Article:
The proposed two-year, three-county pilot program would include participants in the Ohio Works First program, which provides cash benefits to Ohioans who earn no more than 50 percent of the federal poverty level for up to 36 months. The federal poverty level is $19,010 per year for a family of three. Food stamps, housing aid and other federal programs were not included.

One county — Crawford County in north central Ohio — has volunteered to be one of three pilot counties but leaders in other counties say they're eager to see the results in their communities.

"We have such a high drug abuse problem and it's common knowledge a lot of food stamps are being traded for drugs," said Doug Wisenhauer, Crawford County commissioner. "It's not fair for the taxpayers to fund their drug habits."

Democrats, social workers and advocates for poor Ohioans said the plan targets a small, already-stigmatized group of people. As of April 2012, there are 166,799 Ohioans — including 16,878 in the Miami Valley — collecting cash assistance, according to the Department of Job and Family Services.

More than 75 percent are children, and women make up 82 percent of the 40,032 adults receiving assistance. The average monthly payment in February was $176 per person or $450 for a family of three.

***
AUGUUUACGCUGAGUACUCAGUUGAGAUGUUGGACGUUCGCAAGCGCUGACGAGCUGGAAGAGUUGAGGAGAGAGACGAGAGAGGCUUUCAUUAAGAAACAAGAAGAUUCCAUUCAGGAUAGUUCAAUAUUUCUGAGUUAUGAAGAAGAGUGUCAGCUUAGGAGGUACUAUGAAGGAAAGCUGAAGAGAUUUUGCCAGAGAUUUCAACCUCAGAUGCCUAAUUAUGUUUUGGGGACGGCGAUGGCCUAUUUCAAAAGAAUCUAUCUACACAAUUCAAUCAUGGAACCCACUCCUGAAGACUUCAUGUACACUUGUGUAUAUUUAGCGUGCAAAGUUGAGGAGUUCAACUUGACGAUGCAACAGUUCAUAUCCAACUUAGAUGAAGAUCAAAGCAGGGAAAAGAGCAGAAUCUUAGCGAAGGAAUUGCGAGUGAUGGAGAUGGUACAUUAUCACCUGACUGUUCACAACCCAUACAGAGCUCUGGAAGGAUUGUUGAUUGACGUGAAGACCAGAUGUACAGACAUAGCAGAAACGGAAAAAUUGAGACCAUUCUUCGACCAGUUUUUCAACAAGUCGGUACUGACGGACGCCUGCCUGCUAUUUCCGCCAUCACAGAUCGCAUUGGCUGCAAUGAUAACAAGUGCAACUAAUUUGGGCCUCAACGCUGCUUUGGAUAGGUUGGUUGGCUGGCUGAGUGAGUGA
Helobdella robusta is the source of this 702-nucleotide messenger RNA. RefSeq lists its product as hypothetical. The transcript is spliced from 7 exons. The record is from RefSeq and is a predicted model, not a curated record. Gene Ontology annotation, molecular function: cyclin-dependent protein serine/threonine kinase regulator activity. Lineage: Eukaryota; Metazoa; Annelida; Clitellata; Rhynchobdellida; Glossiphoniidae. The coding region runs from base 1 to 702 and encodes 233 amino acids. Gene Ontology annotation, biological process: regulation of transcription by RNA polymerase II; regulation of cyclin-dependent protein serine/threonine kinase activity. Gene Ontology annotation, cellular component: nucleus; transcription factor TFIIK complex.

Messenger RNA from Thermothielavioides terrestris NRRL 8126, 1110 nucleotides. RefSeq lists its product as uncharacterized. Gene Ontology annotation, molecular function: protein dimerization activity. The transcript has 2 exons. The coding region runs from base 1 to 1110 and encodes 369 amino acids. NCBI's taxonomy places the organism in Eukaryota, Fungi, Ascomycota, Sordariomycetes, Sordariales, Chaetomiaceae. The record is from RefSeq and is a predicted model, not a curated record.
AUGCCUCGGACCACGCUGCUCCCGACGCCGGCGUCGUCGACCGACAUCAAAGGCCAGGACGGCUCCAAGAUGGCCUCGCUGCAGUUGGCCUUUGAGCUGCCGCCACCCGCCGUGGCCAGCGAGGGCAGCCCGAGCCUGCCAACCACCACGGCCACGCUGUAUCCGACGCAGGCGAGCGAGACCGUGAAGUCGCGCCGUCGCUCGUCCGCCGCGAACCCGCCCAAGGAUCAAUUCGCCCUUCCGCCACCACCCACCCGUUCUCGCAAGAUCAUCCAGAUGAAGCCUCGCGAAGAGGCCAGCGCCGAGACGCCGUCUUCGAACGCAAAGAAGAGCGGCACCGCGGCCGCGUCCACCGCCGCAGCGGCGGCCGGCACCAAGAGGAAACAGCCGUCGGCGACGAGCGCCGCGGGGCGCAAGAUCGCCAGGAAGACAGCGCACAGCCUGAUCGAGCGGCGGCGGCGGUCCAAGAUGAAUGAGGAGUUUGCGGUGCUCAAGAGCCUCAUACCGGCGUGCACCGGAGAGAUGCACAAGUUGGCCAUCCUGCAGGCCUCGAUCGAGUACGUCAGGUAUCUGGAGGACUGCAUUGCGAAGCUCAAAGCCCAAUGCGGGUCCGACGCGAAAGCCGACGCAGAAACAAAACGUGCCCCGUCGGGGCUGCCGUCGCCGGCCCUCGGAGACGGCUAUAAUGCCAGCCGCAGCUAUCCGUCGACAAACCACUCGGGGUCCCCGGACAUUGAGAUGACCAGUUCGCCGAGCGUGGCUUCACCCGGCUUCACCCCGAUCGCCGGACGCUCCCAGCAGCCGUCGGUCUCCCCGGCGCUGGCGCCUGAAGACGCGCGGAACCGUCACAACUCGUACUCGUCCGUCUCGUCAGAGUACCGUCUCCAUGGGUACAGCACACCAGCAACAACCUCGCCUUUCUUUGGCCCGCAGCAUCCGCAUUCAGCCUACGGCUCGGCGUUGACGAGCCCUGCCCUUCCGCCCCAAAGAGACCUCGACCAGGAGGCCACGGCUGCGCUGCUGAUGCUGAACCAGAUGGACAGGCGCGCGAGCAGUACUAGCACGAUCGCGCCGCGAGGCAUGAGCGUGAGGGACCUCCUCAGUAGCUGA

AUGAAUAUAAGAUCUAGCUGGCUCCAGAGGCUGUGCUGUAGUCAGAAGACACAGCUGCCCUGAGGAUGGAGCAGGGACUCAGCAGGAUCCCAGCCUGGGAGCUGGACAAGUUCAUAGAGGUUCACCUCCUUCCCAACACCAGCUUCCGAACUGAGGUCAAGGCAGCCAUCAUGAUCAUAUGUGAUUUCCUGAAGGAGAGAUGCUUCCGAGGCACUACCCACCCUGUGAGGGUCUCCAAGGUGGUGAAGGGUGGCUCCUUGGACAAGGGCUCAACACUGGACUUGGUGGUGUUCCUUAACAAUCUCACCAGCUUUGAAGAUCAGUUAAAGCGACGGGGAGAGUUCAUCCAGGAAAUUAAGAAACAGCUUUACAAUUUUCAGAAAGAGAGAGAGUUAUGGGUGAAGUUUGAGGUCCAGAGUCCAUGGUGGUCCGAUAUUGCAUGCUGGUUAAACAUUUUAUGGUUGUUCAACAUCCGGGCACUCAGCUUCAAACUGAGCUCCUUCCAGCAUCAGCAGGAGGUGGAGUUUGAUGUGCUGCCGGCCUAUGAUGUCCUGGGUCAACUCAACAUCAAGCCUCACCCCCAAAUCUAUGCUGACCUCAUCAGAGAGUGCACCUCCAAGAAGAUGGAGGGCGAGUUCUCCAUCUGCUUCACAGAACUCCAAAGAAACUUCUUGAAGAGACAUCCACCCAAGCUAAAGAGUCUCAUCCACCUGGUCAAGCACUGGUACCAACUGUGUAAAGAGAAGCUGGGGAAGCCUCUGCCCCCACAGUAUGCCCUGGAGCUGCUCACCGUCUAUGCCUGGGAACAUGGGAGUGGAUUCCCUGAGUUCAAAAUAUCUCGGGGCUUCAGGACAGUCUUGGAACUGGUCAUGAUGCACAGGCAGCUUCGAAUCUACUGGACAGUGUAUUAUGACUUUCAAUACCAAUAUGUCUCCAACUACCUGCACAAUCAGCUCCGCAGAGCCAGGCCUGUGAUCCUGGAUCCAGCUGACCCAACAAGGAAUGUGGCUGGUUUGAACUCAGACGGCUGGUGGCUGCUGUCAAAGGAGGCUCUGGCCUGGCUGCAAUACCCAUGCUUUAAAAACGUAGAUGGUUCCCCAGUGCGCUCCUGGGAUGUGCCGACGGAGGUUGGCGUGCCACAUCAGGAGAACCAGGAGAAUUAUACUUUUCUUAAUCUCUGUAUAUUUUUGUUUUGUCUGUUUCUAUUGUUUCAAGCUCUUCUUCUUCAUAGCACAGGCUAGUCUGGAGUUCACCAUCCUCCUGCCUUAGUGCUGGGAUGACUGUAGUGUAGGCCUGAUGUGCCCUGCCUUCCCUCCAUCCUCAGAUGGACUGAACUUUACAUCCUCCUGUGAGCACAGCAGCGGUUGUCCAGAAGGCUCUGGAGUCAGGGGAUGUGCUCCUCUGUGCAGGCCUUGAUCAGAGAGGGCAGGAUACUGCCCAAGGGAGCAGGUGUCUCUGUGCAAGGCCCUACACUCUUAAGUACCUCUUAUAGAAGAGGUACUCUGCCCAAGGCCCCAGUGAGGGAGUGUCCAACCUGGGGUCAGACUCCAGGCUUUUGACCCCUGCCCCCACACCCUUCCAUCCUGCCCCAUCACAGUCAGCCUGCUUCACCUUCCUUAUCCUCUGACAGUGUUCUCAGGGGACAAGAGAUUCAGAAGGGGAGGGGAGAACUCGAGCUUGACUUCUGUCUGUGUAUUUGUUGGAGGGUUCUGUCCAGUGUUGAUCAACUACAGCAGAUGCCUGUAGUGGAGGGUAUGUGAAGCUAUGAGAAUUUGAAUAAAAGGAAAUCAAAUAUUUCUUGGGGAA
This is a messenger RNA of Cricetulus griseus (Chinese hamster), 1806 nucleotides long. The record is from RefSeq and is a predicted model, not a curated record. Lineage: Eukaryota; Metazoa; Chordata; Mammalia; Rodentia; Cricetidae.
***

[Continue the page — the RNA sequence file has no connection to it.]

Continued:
Ellis Jacobs, an attorney for Advocates for Basic Legal Equality of Dayton, said the drug test plan distracts from the true cause of poverty: the economy has quit working for a significant portion of Ohioans.

"If legislatures are really concerned about people receiving government benefits using drugs then they should insist on testing anyone who has a contact with the government in some way," Jacobs said.

Other states

The idea doesn't have a good track record in court. A lengthy lawsuit over Michigan's welfare drug test pilot ended in 2003 with an agreement that people could not be tested without reasonable suspicion of illegal drug use.

Michigan lawmakers are currently considering another pilot program that requires an initial screening before administering a drug test. The plan would reduce program participation by as much as 3.5 percent and would save $300,000 the first year and up to $1.5 million in subsequent years, according to a legislative analysis.